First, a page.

I like to think when I’m talking to major, sometimes that this is a field of endeavor in which literally anything is possible and learning how to study that, learning how to be able to get some handles on that and think critically about it, I think is attractive to people going into a variety of different fields.

We do have people who go in to particular service professions, whether that’s an NGO or some other kind of charitable organizations, social work. So it’s really all over the map.

Greg Kaster:
I agree. We say that about history too. What can I do with the history major? Whatever you would like, really. I mean, it opens up all kinds of possibilities.

You mentioned language and I know I’ve asked you this privately before. Tell us about how many languages do you need to know? Do you know? How many did you need to learn to do the work you do?

Casey Elledge:
Right. Biblical literature, especially the literature that I work with, the early Jewish literature, manuscripts are preserved in several different languages. It’s not like we want to put ourselves through a great deal of language study but with some of these writings that are very important for reconstructing the environment of Jesus in the earliest Christians, we may have to learn, say Ethiopic or Coptic or something like this.

The basic languages of course are Greek and Hebrew and Aramaic. I’ve also studied Syriac. Akkadian some Ethiopic and Latin. So we tend to study the languages we need to interpret particular texts.

One example, the apocalypse of first Enoch; very important, early Jewish apocalypse. We’ve got some fragments in Hebrew and Greek and even Latin. However, the only complete text exists in Ethiopic because the text remained a canonical document within the Ethiopian church in ways that it did not feature in Western Christian canons of scripture. So to study the book we got to go after the language.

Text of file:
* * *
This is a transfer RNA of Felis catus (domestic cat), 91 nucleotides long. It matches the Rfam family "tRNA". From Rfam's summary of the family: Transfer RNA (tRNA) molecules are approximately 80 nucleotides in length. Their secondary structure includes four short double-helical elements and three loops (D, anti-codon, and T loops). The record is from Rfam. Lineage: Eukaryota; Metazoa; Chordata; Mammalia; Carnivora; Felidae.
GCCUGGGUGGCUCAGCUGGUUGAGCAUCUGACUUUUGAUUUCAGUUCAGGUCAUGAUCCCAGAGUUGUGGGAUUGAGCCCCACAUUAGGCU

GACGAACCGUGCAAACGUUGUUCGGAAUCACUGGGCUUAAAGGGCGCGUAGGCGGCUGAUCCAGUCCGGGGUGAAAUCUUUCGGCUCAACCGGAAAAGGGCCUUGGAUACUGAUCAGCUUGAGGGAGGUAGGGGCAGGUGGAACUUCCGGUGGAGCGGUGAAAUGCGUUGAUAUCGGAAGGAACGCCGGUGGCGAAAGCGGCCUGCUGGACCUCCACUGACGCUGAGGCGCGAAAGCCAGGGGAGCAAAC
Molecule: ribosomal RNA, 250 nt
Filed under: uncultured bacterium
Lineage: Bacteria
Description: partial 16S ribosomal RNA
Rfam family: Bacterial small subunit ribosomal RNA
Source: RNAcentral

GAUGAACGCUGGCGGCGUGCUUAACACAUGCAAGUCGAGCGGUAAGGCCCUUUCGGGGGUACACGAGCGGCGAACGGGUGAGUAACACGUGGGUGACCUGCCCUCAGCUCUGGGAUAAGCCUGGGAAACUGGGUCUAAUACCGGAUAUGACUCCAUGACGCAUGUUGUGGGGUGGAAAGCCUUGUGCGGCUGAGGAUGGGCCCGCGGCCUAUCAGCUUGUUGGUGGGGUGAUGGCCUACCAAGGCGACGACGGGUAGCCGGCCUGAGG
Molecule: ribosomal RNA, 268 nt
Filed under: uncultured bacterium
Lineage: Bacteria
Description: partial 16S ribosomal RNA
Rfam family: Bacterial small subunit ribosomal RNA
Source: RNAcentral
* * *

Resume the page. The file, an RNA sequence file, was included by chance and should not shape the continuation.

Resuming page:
Greg Kaster:
Are you able to see all of these sources online now? I mean, have they been digitized or do you have to actually go to the originals?

Casey Elledge:
Thankfully, yes. A great deal of, I would say especially important high profile manuscripts are on display. So to give an example of something like Codex Sinaiticus, one of our earliest complete copies of the Christian Bible. That you can read online, in Greek, in the manuscript, line by line.

A great number of Dead Sea scrolls manuscripts are also available online. So once again, kind of high profile, compelling, important manuscripts, everyone talks about, there’s a likelihood that it’s online.

It’s fun to do some manuscript work in class. So for example, when I’m teaching Greek, we will pull up an early copy of the New Testament, from time to time, and learn to read it in the handwritings of the ancient scribe and you had a closer sense of what it’s like to copy a scriptural document.

Greg Kaster:
I’m grateful as a historian, a graduate student in history, I had to have two languages. One was Spanish and the other was statistics. So you’re amazing the different languages you must know.

What are some of the courses you teach that you really enjoy teaching? I know you teach Greek, but in terms of religion?